Gloucester (aka 'The Good Duke Humphrey') is the moral center of this play (as Talbot was in Part I), the Protector and uncle of the King, younger brother of the universally revered Henry V. Although historically he predeceased his wife, Eleanor, by seven years, in the play her arrest and execution for practicing black magic against the queen is a profound and moving tragedy for Gloucester, compounding all the other evils he is up against.
Allied with Gloucester against the queen are Salisbury and Warwick. In Act 1, York throws his lot in with them, although his intent is to unseat Henry and reclaim the throne for the Yorks. In Act 2, Salisbury and Warwick throw their lot in with his, and the wily York advises them to wait until the queen's supporters murder Gloucester (the last remaining important Lancastrian) before moving on the king and the rest of them.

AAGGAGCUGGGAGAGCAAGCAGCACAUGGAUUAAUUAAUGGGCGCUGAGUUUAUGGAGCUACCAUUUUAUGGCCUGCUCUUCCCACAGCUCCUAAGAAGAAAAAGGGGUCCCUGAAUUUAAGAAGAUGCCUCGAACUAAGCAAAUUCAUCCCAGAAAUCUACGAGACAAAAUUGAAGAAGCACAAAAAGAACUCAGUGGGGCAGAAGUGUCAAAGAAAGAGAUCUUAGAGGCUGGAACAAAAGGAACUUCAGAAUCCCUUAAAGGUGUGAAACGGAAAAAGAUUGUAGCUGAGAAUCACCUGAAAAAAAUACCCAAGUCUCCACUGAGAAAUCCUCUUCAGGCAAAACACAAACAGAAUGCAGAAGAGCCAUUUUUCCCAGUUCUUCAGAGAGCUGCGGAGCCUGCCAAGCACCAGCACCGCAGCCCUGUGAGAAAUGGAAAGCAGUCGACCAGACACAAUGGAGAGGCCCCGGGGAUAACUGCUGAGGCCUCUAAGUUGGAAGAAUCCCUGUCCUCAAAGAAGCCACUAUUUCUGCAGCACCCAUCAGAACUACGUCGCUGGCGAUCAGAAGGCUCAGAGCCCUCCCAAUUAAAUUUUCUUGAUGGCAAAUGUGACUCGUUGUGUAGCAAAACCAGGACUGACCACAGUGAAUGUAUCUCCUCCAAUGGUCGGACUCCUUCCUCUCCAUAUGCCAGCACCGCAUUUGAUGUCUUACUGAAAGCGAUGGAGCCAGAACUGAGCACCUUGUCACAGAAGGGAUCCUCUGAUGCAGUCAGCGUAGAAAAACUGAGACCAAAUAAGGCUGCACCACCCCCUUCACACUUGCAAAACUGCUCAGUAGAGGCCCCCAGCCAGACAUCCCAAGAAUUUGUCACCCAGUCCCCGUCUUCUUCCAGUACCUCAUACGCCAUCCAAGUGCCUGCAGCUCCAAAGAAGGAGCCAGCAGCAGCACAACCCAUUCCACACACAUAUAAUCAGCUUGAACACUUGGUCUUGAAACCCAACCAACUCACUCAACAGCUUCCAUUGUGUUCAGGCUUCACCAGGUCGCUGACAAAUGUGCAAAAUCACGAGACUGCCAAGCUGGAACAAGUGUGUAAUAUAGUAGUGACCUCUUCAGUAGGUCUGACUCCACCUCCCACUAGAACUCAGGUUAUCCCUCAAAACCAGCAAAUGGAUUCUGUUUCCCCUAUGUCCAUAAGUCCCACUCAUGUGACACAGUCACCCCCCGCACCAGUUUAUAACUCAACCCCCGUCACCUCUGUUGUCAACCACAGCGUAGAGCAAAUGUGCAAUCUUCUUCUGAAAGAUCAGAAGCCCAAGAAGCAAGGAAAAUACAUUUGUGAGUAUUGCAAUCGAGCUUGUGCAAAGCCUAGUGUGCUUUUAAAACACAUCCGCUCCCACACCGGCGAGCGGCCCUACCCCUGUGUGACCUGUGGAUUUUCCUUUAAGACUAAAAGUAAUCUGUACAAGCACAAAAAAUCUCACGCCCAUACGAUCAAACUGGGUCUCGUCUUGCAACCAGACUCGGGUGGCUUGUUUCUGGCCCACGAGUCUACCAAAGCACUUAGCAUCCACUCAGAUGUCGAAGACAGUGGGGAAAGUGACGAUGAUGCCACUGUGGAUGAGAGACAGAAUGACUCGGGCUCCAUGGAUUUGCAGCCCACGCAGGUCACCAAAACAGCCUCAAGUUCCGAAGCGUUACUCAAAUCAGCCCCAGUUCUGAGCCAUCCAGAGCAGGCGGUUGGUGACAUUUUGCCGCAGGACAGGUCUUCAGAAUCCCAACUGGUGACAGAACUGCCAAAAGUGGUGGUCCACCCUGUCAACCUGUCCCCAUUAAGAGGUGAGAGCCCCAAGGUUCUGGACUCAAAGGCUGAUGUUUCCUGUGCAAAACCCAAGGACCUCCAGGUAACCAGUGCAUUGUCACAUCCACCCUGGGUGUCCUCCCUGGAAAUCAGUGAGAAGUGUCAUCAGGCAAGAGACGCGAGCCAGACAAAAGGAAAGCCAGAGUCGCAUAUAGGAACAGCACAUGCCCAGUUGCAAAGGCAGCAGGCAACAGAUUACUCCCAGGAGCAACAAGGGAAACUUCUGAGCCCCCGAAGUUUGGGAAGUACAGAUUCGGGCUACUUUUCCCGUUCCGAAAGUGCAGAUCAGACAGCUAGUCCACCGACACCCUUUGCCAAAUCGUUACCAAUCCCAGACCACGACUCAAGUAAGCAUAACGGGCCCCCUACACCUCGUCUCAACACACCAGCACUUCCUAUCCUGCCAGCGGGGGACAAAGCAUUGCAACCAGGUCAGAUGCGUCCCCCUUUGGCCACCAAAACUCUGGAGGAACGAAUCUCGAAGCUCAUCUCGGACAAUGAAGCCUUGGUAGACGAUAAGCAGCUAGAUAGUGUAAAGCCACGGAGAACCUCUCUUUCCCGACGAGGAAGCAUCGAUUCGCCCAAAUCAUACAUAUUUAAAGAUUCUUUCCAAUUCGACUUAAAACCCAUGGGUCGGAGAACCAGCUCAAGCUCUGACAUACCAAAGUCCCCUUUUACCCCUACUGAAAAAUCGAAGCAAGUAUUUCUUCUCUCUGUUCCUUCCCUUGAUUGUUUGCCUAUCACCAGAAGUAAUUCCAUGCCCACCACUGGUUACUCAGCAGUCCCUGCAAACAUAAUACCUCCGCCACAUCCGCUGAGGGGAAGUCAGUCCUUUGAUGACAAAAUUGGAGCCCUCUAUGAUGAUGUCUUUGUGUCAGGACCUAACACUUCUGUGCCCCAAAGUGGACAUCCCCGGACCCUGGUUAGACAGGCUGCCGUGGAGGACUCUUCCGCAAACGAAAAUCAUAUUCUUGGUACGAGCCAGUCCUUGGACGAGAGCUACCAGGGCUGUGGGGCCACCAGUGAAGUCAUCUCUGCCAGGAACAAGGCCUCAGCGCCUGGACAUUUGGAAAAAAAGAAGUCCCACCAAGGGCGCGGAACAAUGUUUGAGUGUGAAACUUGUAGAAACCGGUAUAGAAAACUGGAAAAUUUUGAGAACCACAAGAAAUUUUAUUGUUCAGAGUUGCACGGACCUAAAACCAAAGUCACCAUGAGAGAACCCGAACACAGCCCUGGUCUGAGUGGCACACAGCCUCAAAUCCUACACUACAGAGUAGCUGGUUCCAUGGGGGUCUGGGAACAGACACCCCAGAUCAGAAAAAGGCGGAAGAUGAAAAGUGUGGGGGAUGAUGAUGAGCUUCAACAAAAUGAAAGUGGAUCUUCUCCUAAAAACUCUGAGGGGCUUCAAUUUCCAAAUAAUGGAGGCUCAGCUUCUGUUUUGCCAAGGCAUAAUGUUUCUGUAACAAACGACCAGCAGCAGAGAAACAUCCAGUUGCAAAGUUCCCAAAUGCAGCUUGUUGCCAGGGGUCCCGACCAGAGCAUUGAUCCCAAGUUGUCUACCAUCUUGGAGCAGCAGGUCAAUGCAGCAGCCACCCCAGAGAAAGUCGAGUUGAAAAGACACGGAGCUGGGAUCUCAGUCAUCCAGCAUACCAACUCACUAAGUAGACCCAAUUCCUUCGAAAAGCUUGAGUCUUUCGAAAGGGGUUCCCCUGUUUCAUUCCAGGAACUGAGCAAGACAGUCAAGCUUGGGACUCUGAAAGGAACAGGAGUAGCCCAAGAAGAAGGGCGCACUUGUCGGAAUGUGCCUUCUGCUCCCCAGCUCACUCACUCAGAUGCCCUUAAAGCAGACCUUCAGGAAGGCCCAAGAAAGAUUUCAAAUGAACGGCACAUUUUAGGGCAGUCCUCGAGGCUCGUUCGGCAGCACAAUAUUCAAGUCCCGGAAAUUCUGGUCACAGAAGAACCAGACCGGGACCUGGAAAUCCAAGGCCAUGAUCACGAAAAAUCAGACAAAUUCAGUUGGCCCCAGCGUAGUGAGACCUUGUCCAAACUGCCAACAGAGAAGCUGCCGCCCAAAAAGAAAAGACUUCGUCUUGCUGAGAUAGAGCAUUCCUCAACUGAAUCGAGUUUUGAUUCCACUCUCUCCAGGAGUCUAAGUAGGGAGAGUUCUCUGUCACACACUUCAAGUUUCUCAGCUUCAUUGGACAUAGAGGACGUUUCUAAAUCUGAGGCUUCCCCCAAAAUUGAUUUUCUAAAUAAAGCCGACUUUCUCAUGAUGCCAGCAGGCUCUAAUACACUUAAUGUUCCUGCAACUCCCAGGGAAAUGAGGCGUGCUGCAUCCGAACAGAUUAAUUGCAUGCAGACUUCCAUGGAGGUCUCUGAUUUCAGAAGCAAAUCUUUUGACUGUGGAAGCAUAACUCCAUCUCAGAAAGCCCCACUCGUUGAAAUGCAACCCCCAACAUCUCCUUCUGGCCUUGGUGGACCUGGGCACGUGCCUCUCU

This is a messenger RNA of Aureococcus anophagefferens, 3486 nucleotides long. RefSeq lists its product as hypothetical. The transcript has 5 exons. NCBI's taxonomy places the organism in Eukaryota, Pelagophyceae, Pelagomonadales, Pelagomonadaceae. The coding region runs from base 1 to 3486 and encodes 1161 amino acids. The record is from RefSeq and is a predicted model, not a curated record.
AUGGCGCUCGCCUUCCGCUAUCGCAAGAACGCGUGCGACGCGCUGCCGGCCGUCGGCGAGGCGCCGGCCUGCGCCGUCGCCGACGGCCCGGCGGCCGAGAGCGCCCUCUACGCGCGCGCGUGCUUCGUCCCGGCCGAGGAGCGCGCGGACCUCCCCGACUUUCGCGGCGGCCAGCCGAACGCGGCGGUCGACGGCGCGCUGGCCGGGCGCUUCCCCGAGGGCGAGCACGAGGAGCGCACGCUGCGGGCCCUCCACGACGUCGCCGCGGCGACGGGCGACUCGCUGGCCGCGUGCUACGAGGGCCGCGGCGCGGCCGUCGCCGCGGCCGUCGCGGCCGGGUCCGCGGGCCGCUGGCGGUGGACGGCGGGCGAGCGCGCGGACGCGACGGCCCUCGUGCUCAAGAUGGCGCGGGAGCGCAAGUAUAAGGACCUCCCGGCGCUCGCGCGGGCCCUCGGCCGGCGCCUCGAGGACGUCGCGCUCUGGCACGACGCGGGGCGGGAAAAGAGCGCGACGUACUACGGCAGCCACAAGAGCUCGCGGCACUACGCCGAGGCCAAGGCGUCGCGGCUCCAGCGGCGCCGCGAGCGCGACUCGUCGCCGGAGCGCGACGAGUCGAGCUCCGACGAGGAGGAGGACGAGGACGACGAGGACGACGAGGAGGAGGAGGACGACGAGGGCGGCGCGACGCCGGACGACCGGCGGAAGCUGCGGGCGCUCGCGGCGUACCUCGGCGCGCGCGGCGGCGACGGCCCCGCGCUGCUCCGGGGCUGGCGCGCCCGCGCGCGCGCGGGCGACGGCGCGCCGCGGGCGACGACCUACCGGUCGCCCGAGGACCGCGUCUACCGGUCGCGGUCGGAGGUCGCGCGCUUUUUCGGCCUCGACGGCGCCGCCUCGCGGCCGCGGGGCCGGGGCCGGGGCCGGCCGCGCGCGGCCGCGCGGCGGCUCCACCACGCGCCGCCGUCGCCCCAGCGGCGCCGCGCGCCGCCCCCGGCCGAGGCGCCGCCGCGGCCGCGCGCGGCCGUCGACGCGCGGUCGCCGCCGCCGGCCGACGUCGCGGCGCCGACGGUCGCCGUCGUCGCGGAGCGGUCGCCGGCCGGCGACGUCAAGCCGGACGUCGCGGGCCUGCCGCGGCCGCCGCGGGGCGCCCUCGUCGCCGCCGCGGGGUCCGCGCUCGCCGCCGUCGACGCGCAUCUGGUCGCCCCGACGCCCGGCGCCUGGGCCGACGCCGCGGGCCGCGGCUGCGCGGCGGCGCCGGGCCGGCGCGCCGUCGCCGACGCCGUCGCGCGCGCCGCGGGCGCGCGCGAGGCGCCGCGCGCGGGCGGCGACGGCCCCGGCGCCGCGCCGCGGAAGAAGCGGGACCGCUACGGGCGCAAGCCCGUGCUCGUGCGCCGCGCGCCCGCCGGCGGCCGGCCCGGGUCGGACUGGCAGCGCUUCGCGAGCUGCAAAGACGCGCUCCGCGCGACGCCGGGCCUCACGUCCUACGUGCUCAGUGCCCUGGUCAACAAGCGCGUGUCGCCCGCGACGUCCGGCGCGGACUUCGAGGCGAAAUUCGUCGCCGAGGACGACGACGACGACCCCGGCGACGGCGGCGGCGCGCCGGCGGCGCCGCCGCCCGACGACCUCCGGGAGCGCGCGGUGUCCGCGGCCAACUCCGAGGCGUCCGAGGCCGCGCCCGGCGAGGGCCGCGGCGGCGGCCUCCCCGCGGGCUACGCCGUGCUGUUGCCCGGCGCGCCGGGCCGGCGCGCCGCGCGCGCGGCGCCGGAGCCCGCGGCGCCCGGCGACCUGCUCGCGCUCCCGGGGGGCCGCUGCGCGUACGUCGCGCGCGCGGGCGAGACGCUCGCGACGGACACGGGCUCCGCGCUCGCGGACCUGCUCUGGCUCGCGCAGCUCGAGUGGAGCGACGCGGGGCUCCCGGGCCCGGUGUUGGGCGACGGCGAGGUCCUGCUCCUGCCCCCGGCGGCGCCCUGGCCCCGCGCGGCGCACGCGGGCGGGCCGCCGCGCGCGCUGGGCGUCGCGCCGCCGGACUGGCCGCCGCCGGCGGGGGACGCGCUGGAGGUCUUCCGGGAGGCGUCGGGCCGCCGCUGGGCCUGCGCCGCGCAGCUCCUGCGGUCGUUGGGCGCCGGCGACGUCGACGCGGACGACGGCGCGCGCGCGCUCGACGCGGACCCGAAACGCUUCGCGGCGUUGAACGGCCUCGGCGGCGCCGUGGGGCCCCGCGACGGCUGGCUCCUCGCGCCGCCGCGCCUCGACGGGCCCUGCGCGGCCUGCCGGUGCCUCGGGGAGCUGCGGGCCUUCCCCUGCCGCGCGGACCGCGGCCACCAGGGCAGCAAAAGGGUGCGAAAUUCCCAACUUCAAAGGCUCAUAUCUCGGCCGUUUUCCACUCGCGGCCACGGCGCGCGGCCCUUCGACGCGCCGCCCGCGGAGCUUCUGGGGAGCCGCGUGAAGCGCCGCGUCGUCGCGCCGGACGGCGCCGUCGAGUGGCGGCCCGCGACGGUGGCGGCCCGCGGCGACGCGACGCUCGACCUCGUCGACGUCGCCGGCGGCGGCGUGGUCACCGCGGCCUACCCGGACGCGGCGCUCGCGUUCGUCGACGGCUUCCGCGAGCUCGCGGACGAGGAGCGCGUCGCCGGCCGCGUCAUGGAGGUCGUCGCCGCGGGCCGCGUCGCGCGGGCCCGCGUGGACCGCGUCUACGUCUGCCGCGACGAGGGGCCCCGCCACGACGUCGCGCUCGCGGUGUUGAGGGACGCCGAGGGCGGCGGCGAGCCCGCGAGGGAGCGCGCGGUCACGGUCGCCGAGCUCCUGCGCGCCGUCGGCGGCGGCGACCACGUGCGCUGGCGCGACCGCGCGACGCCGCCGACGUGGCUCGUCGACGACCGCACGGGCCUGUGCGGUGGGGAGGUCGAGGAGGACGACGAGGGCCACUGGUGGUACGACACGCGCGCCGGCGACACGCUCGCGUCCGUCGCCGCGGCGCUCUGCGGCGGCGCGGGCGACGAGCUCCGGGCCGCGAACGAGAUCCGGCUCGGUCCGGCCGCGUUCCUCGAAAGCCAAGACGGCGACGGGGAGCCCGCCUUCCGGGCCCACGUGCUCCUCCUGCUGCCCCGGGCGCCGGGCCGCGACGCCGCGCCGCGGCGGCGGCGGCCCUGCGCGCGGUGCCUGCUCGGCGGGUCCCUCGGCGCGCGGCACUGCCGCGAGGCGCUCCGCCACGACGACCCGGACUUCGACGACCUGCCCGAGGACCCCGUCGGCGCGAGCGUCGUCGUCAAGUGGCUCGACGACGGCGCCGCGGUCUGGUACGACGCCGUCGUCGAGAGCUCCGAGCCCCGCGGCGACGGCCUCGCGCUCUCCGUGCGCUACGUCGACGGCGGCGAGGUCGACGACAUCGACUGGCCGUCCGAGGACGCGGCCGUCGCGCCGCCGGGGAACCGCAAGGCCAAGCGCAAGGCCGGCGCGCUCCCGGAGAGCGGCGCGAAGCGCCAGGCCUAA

Supporting the queen and opposed to Gloucester are Suffolk, Cardinal Beaufort, Buckingham, and Somerset. Somerset warns the others that the Cardinal is ambitious and seeks the throne for himself. And we already know from the end of Part 1 that Suffolk is the queen's lover and seeks to control the empire through her.
The Hollow Crown reduces Suffolk to a minor role, and gives the affair with Queen Margaret to Somerset. Somerset, you will recall, was the lord whose failure to send the calvary in at the right time in Part 1 resulted in Talbot's death, and he did so on purpose to make York look bad. I rather liked the strengthening of that character -- his sleaziness as Suffolk seems of a piece with his attitudes as Somerset in Part 1.